For a while a member of the Dalton Gang (and suspected of taking part in the ill-fated Coffeyville bank holdup), William Doolin later formed his own gang, sometimes called the "Oklahombres." The gang embarked on a run of successful bank and train robberies. Pursued by lawmen and bounty hunters, its members were eliminated one by one: a US Marshal eventually caught up with Doolin in Lawson, Oklahoma Territories, and shot the outlaw dead.
John Wesley Hardin killed his first man at age 15. When he was sentenced in 1877 to 24 years in prison for murder, he claimed to have put 42 men in the ground. Released in 1894, Hardin himself was gunned down in an El Paso saloon. He has since become a controversial folk icon. Bob Dylan named his 1967 album 'John Wesley Harding' after the outlaw, although the name was spelled differently.
Alabama-born Bogan worked as a cowboy but was blacklisted in 1884 for taking part in a strike. He began rustling cattle for a living and quickly gained a reputation as a deadly gunman. Convicted of murder in 1887, Bogan was sentenced to death but escaped from jail, prompting a huge manhunt. He was never caught and his disappearance remains a mystery.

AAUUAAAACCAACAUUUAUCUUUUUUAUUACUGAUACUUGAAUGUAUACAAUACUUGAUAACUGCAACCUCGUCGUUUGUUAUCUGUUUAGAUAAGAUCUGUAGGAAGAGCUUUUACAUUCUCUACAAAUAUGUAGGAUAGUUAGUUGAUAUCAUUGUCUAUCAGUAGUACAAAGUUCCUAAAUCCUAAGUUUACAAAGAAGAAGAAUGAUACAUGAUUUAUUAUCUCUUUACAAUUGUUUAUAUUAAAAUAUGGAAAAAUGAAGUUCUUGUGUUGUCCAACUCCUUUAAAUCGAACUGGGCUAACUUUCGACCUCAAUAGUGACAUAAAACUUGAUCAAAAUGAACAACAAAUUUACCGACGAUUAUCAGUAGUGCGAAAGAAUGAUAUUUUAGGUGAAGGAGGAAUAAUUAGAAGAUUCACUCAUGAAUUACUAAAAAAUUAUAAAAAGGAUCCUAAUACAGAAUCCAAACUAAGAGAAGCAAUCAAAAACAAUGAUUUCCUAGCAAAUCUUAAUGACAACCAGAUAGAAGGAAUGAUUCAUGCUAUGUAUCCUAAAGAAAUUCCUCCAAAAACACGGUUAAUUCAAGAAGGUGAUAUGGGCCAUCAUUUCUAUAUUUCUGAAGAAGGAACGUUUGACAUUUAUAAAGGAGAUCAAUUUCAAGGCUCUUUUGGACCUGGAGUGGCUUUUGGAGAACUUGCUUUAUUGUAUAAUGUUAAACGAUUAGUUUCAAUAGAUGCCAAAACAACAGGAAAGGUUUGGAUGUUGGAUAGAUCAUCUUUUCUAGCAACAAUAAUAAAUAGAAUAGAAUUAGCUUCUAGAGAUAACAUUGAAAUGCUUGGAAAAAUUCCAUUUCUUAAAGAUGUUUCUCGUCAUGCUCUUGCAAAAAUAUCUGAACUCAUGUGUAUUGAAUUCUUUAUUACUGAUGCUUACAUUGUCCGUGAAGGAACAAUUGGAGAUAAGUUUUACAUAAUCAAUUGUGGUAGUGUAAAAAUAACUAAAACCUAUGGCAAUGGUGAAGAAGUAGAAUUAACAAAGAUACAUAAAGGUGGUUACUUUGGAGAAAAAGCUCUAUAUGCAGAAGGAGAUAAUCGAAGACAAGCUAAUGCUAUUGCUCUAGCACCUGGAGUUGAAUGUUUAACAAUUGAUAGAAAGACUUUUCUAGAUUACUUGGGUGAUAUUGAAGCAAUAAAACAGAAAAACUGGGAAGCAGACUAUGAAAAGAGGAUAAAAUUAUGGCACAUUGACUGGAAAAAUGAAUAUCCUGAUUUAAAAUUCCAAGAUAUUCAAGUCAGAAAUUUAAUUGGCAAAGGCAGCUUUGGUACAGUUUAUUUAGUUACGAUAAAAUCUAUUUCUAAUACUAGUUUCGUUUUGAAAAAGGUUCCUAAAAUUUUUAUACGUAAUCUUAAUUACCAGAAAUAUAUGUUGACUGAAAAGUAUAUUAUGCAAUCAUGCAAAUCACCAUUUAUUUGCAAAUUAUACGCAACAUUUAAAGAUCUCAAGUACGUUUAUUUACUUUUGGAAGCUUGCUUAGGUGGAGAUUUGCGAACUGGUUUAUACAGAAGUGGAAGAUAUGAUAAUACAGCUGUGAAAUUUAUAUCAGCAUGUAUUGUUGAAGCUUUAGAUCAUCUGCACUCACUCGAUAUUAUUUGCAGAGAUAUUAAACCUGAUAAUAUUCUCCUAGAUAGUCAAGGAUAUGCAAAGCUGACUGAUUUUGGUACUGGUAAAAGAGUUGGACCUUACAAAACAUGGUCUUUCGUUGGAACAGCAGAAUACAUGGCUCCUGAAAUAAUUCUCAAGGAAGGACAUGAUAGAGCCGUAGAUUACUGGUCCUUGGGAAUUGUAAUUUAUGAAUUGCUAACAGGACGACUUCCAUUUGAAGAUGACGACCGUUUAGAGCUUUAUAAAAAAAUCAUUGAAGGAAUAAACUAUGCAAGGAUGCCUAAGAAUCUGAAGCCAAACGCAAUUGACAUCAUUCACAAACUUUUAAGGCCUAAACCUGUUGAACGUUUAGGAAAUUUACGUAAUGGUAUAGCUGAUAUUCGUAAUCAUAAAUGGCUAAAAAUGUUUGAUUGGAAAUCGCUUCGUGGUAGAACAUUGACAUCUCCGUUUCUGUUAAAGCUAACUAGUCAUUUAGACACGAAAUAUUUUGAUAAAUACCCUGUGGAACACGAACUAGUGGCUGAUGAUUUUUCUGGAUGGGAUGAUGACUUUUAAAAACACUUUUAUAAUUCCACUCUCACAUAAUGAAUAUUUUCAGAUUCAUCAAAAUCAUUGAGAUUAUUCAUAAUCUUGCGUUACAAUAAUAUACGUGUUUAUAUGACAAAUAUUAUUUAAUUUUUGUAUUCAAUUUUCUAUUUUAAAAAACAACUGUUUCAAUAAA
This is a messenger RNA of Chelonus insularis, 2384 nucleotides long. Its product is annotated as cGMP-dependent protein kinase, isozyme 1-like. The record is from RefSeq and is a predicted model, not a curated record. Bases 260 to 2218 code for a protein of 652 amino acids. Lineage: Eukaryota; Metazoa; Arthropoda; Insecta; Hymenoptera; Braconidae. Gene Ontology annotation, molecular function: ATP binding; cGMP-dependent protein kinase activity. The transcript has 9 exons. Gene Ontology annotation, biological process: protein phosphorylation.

Charles Earl Boles, better known as "Black Bart," was a notorious stagecoach robber, holding up at least 28 across northern California between 1875 and 1883. On two occasions, he left poems at the robbery sites, acts that earned him a reputation as a gentleman bandit with a flair for style and sophistication. Eventually apprehended, Boles served six years in jail before fading into obscurity.
Another stagecoach robber noted for the polite way in which he persuaded his victims to part with their belongings, Ezra Allen Miner is reputed to be the originator of the phrase "Hands up!" Placed behind bars on several occasions, by the time he was arrested and jailed again, this time in Canada, Miner was a celebrity. He escaped in 1907 and fled back across the border. Serving time yet again for another robbery, he eventually succumbed to gastritis in a Georgia jail.